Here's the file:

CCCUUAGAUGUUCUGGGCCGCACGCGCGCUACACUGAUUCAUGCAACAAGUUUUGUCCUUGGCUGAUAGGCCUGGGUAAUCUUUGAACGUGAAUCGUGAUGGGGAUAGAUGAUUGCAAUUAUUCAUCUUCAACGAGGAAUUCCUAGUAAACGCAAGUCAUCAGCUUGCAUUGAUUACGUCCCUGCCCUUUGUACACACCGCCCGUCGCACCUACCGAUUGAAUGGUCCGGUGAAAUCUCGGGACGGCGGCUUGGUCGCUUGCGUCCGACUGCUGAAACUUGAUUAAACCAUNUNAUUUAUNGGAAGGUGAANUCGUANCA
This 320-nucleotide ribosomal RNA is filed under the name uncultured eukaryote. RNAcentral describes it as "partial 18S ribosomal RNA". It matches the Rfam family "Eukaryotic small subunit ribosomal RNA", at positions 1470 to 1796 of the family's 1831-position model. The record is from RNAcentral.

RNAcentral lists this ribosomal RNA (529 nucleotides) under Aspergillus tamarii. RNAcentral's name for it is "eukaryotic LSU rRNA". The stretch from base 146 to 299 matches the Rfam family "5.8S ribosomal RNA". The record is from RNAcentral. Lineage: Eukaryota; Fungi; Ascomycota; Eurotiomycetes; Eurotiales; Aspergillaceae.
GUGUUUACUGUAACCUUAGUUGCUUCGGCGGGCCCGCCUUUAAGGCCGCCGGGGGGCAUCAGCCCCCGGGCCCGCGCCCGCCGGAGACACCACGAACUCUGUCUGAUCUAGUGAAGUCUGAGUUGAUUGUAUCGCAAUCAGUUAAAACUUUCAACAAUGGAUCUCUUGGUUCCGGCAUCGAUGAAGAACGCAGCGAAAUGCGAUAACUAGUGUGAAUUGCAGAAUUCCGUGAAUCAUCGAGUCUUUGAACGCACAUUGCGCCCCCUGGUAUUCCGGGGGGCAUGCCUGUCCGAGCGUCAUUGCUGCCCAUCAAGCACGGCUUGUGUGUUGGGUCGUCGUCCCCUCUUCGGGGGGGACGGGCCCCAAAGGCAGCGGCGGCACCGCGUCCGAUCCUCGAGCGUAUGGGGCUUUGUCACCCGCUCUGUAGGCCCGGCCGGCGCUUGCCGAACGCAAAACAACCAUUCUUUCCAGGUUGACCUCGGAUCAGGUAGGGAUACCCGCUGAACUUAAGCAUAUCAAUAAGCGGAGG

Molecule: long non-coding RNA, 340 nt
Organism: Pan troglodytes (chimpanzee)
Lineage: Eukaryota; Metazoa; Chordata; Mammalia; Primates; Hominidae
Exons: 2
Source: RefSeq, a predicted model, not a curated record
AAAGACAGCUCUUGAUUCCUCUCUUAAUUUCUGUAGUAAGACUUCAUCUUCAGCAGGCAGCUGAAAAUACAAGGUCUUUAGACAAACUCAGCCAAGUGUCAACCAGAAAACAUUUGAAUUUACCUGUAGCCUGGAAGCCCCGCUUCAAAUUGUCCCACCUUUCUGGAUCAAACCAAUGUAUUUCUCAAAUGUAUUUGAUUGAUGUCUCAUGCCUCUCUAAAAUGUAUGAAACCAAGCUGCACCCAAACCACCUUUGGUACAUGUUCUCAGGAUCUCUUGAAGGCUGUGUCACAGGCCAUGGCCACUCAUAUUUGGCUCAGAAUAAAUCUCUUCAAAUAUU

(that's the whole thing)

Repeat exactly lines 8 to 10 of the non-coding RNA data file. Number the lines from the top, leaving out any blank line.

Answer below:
Exons: 2
Source: RefSeq, a predicted model, not a curated record
AAAGACAGCUCUUGAUUCCUCUCUUAAUUUCUGUAGUAAGACUUCAUCUUCAGCAGGCAGCUGAAAAUACAAGGUCUUUAGACAAACUCAGCCAAGUGUCAACCAGAAAACAUUUGAAUUUACCUGUAGCCUGGAAGCCCCGCUUCAAAUUGUCCCACCUUUCUGGAUCAAACCAAUGUAUUUCUCAAAUGUAUUUGAUUGAUGUCUCAUGCCUCUCUAAAAUGUAUGAAACCAAGCUGCACCCAAACCACCUUUGGUACAUGUUCUCAGGAUCUCUUGAAGGCUGUGUCACAGGCCAUGGCCACUCAUAUUUGGCUCAGAAUAAAUCUCUUCAAAUAUU